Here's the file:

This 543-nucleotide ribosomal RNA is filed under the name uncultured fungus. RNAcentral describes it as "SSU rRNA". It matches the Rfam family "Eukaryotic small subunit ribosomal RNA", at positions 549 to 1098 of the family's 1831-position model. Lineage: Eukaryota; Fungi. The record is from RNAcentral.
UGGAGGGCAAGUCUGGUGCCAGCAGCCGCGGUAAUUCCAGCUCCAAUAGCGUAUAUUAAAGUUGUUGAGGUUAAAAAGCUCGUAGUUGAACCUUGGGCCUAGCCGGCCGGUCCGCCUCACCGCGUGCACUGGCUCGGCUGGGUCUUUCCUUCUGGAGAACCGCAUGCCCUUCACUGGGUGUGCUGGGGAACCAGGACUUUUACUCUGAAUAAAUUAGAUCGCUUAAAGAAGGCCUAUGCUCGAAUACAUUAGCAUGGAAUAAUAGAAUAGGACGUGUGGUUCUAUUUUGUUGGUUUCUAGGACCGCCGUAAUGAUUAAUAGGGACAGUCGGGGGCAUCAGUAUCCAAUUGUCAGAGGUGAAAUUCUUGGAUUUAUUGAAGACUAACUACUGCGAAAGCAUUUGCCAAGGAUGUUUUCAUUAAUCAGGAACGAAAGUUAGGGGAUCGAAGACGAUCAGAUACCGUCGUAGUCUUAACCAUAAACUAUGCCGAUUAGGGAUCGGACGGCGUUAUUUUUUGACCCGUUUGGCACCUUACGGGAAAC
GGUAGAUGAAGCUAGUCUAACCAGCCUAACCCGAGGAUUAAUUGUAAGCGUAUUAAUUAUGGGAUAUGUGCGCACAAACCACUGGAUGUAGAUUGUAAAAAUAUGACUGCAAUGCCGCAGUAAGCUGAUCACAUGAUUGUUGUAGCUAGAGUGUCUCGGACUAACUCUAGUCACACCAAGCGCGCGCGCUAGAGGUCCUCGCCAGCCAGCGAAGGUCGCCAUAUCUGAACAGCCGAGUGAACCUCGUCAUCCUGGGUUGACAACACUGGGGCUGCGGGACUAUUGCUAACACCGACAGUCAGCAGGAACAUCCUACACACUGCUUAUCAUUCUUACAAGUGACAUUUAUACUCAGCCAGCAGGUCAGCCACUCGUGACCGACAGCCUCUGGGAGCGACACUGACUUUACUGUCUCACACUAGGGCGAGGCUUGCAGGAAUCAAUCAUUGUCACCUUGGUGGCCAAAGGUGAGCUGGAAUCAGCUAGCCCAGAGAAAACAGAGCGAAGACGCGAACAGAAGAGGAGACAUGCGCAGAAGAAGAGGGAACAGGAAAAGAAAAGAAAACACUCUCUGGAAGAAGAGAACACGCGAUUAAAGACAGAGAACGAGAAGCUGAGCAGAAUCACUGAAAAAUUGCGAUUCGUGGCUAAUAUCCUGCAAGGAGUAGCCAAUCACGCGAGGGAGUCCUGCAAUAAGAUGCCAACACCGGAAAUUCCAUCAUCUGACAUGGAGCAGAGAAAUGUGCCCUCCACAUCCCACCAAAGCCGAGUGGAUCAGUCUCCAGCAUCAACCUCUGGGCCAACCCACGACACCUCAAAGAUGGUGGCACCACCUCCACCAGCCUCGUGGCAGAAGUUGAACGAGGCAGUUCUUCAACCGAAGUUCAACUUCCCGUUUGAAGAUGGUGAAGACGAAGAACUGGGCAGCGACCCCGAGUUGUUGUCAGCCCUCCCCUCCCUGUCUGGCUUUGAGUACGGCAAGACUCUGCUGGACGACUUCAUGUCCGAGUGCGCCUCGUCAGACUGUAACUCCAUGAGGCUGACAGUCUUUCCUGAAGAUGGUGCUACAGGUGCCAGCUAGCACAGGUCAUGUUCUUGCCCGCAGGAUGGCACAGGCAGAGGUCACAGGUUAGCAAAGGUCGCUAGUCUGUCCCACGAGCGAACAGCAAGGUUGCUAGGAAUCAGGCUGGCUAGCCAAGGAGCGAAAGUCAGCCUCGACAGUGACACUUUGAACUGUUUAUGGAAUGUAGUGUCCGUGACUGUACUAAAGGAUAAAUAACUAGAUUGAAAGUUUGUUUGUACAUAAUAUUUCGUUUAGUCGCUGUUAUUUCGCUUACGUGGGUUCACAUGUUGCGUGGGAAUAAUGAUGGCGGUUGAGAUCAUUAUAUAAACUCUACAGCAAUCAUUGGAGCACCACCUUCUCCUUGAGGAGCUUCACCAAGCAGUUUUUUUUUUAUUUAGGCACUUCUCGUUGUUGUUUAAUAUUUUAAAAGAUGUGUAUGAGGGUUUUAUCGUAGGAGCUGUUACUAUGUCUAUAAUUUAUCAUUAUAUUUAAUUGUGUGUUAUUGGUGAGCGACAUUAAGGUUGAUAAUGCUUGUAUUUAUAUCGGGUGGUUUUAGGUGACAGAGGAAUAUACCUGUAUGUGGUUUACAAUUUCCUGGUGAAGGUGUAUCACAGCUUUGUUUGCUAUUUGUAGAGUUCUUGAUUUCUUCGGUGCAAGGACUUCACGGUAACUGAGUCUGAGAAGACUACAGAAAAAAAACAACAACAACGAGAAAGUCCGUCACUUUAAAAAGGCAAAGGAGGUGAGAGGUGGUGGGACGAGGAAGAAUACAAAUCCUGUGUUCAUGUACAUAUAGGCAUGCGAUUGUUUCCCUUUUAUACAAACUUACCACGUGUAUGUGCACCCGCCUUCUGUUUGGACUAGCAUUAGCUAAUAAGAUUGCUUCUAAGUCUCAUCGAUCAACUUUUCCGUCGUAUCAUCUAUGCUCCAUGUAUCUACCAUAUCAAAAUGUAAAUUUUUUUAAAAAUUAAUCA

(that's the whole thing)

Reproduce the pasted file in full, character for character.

This 543-nucleotide ribosomal RNA is filed under the name uncultured fungus. RNAcentral describes it as "SSU rRNA". It matches the Rfam family "Eukaryotic small subunit ribosomal RNA", at positions 549 to 1098 of the family's 1831-position model. Lineage: Eukaryota; Fungi. The record is from RNAcentral.
UGGAGGGCAAGUCUGGUGCCAGCAGCCGCGGUAAUUCCAGCUCCAAUAGCGUAUAUUAAAGUUGUUGAGGUUAAAAAGCUCGUAGUUGAACCUUGGGCCUAGCCGGCCGGUCCGCCUCACCGCGUGCACUGGCUCGGCUGGGUCUUUCCUUCUGGAGAACCGCAUGCCCUUCACUGGGUGUGCUGGGGAACCAGGACUUUUACUCUGAAUAAAUUAGAUCGCUUAAAGAAGGCCUAUGCUCGAAUACAUUAGCAUGGAAUAAUAGAAUAGGACGUGUGGUUCUAUUUUGUUGGUUUCUAGGACCGCCGUAAUGAUUAAUAGGGACAGUCGGGGGCAUCAGUAUCCAAUUGUCAGAGGUGAAAUUCUUGGAUUUAUUGAAGACUAACUACUGCGAAAGCAUUUGCCAAGGAUGUUUUCAUUAAUCAGGAACGAAAGUUAGGGGAUCGAAGACGAUCAGAUACCGUCGUAGUCUUAACCAUAAACUAUGCCGAUUAGGGAUCGGACGGCGUUAUUUUUUGACCCGUUUGGCACCUUACGGGAAAC
GGUAGAUGAAGCUAGUCUAACCAGCCUAACCCGAGGAUUAAUUGUAAGCGUAUUAAUUAUGGGAUAUGUGCGCACAAACCACUGGAUGUAGAUUGUAAAAAUAUGACUGCAAUGCCGCAGUAAGCUGAUCACAUGAUUGUUGUAGCUAGAGUGUCUCGGACUAACUCUAGUCACACCAAGCGCGCGCGCUAGAGGUCCUCGCCAGCCAGCGAAGGUCGCCAUAUCUGAACAGCCGAGUGAACCUCGUCAUCCUGGGUUGACAACACUGGGGCUGCGGGACUAUUGCUAACACCGACAGUCAGCAGGAACAUCCUACACACUGCUUAUCAUUCUUACAAGUGACAUUUAUACUCAGCCAGCAGGUCAGCCACUCGUGACCGACAGCCUCUGGGAGCGACACUGACUUUACUGUCUCACACUAGGGCGAGGCUUGCAGGAAUCAAUCAUUGUCACCUUGGUGGCCAAAGGUGAGCUGGAAUCAGCUAGCCCAGAGAAAACAGAGCGAAGACGCGAACAGAAGAGGAGACAUGCGCAGAAGAAGAGGGAACAGGAAAAGAAAAGAAAACACUCUCUGGAAGAAGAGAACACGCGAUUAAAGACAGAGAACGAGAAGCUGAGCAGAAUCACUGAAAAAUUGCGAUUCGUGGCUAAUAUCCUGCAAGGAGUAGCCAAUCACGCGAGGGAGUCCUGCAAUAAGAUGCCAACACCGGAAAUUCCAUCAUCUGACAUGGAGCAGAGAAAUGUGCCCUCCACAUCCCACCAAAGCCGAGUGGAUCAGUCUCCAGCAUCAACCUCUGGGCCAACCCACGACACCUCAAAGAUGGUGGCACCACCUCCACCAGCCUCGUGGCAGAAGUUGAACGAGGCAGUUCUUCAACCGAAGUUCAACUUCCCGUUUGAAGAUGGUGAAGACGAAGAACUGGGCAGCGACCCCGAGUUGUUGUCAGCCCUCCCCUCCCUGUCUGGCUUUGAGUACGGCAAGACUCUGCUGGACGACUUCAUGUCCGAGUGCGCCUCGUCAGACUGUAACUCCAUGAGGCUGACAGUCUUUCCUGAAGAUGGUGCUACAGGUGCCAGCUAGCACAGGUCAUGUUCUUGCCCGCAGGAUGGCACAGGCAGAGGUCACAGGUUAGCAAAGGUCGCUAGUCUGUCCCACGAGCGAACAGCAAGGUUGCUAGGAAUCAGGCUGGCUAGCCAAGGAGCGAAAGUCAGCCUCGACAGUGACACUUUGAACUGUUUAUGGAAUGUAGUGUCCGUGACUGUACUAAAGGAUAAAUAACUAGAUUGAAAGUUUGUUUGUACAUAAUAUUUCGUUUAGUCGCUGUUAUUUCGCUUACGUGGGUUCACAUGUUGCGUGGGAAUAAUGAUGGCGGUUGAGAUCAUUAUAUAAACUCUACAGCAAUCAUUGGAGCACCACCUUCUCCUUGAGGAGCUUCACCAAGCAGUUUUUUUUUUAUUUAGGCACUUCUCGUUGUUGUUUAAUAUUUUAAAAGAUGUGUAUGAGGGUUUUAUCGUAGGAGCUGUUACUAUGUCUAUAAUUUAUCAUUAUAUUUAAUUGUGUGUUAUUGGUGAGCGACAUUAAGGUUGAUAAUGCUUGUAUUUAUAUCGGGUGGUUUUAGGUGACAGAGGAAUAUACCUGUAUGUGGUUUACAAUUUCCUGGUGAAGGUGUAUCACAGCUUUGUUUGCUAUUUGUAGAGUUCUUGAUUUCUUCGGUGCAAGGACUUCACGGUAACUGAGUCUGAGAAGACUACAGAAAAAAAACAACAACAACGAGAAAGUCCGUCACUUUAAAAAGGCAAAGGAGGUGAGAGGUGGUGGGACGAGGAAGAAUACAAAUCCUGUGUUCAUGUACAUAUAGGCAUGCGAUUGUUUCCCUUUUAUACAAACUUACCACGUGUAUGUGCACCCGCCUUCUGUUUGGACUAGCAUUAGCUAAUAAGAUUGCUUCUAAGUCUCAUCGAUCAACUUUUCCGUCGUAUCAUCUAUGCUCCAUGUAUCUACCAUAUCAAAAUGUAAAUUUUUUUAAAAAUUAAUCA